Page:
Dance and Step at Amherst College (DASAC) hosted its fall show this past weekend, and in it, the group once again exemplified how to combine style, agility and audience engagement in a performance piece. The theme for this show was “Old School vs. New School”, but after a few minutes watching the show, it became clear to me that this was really a show about two schools of confidence. There is the cocky, big-headed kind of confidence that constitutes the old school. Then there’s the fierce, elegant confidence, full of poise and charisma, the kind that we all have wished for at some point but few have actually attained— this represents the new school. Although the show dramatizes the juxtaposition of these two schools of confidence, making them out to be in conflict with each other, the two forms come together to create a dynamic balance between corny charm and unapologetic fierceness.
As Anise Diaz ’18, co-director of DASAC, notes before every DASAC performance, the audience is also a part of the show. The show would not be as exciting without the enthusiastic support of the audience, as is true with any engaging performance piece. DASAC has always been specific about what its art celebrates — the dance styles of the African diaspora — but this show was perhaps the strongest example of the group showcasing the urban politics these dances have their roots in. The show was filled with colorful pants, baseball caps, jackets and every other style of dress that one might find in a 1990’s or 2000’s R&B music video. And when I watched those music videos — made by Chris Brown, Soulja Boy and Usher — as a kid, I always danced along and the rest of my sisters would too, young as they were. In essence, many of the segments in this piece felt like parts of a really enjoyable, nostalgic 2000’s music video, only the energetic camerawork was replaced by lighting and the thrill of seeing friends and classmates.
This show exhibited more virtuoso athleticism than DASAC usually has, including many more back flips, splits and an impressive section where all the dancers on stage performed balancing moves with chairs. This greater emphasis on athleticism, along with the traditional “themed breakdance number,” inspired by Pokémon this fall, gave the show a much younger and more carefree vibe than previous DASAC shows. The participation of the audience was vital, because when the dancers were not competing with each other in dance battles, they were daring people to challenge their style, much like in a nostalgic music video. It was a return to a younger, cockier kind of confidence that made us laugh, and more importantly, remember a simpler time when confidence could also be silly.
In other pieces, the dancers wore more traditionally “elegant” costumes and danced to more modern music, but I could clearly see the connection between the earlier era and the current era. One of the pieces that clearly showed the correlation between old and new confidence was “Wine Night,” choreographed by SJ Doi ’18. This piece, using music by SZA and Kelly Rowland among others, evoked the sensation of watching someone being coyly elegant, trying to impress their partner. The dancers were slow and sensual, and their slow movements gave off a chill and subtly adventurous vibe, just enough to impress the audience while still maintaining the feeling of a quiet internal confidence.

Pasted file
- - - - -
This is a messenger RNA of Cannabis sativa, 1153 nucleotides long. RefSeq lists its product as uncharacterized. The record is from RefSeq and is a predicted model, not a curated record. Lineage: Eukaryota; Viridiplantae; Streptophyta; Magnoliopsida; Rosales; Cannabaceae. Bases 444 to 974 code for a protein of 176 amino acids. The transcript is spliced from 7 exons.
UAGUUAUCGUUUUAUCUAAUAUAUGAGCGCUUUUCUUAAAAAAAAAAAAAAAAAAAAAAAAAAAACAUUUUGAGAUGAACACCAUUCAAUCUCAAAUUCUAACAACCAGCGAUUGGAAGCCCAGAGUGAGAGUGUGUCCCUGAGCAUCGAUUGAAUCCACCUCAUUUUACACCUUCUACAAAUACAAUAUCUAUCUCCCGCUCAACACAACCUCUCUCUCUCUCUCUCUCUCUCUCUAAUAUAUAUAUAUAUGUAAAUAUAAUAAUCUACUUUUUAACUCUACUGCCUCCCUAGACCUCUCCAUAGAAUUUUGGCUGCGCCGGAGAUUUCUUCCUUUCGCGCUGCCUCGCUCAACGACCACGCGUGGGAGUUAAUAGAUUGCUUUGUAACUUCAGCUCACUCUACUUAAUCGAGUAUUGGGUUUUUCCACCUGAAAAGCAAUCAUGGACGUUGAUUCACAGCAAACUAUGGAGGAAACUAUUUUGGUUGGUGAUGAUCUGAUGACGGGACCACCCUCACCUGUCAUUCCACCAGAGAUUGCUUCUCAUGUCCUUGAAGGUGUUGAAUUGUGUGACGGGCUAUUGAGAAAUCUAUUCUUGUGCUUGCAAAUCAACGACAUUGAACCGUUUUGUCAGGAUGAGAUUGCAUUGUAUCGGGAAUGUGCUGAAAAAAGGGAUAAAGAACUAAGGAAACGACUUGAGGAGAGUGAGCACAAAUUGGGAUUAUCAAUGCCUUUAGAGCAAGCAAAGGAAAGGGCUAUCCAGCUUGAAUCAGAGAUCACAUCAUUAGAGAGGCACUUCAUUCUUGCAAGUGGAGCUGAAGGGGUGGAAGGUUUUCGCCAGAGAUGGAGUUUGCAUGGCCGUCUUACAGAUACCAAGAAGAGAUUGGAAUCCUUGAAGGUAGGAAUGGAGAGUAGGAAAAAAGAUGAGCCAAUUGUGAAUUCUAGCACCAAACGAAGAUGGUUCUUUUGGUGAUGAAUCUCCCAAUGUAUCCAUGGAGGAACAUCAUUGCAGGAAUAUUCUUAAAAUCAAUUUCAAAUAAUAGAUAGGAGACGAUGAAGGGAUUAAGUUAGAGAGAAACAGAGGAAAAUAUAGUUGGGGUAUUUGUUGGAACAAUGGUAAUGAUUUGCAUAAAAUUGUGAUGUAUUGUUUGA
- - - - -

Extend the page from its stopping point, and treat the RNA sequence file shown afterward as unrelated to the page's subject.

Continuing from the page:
While I would not necessarily call the connection between the two schools of confidence one of maturity, I would call it an evolution. Obviously, there are still people who exude the kind of confidence represented as old-school in this show, but I think that that old-school confidence provides the foundation for the confidence that protects us from the harsher aspects of our lives. We strive to develop a confidence that cannot be questioned, one that is intimidating, self-assured and magnetic: this confidence goes well with the age of social media, where we post the best versions of ourselves, photos of us literally glowing in pictures — a kind of confidence that most certainly cannot be undermined. Some of the dances that brought this new-school energy were “Now Watch the Queen Conquer” by Anise Diaz ’18 and “Yayo” by Matthew Holliday ’19. In fact, this dichotomy was best presented in the number “Old School vs. New School,” choreographed by Kameron Millner ’19.
In this number, presented relatively early in the show, the moves and attitude of the 90’s and 2000’s face off against their 2017 counterparts. The come-ons and squeaky-clean charisma of the old-school juxtapose sharply with the mature, even-keeled charisma of the new-school. The piece ends with the two schools no longer battling but dancing together, and this made me realize the connection between the two aesthetics. We constantly try to balance our goofy, charming side while also trying to build up our toughness knowing that we’ll need it more often, especially in college and the real world. The show brings back these earlier, younger versions of confidence to remind us that corniness and seriousness don’t have to be mutually exclusive. The confidence that we get from dancing to a music video alone is simply the foundation for the confidence that we develop facing challenges in our identities or in our everyday lives. And that is a school for which class is always in session.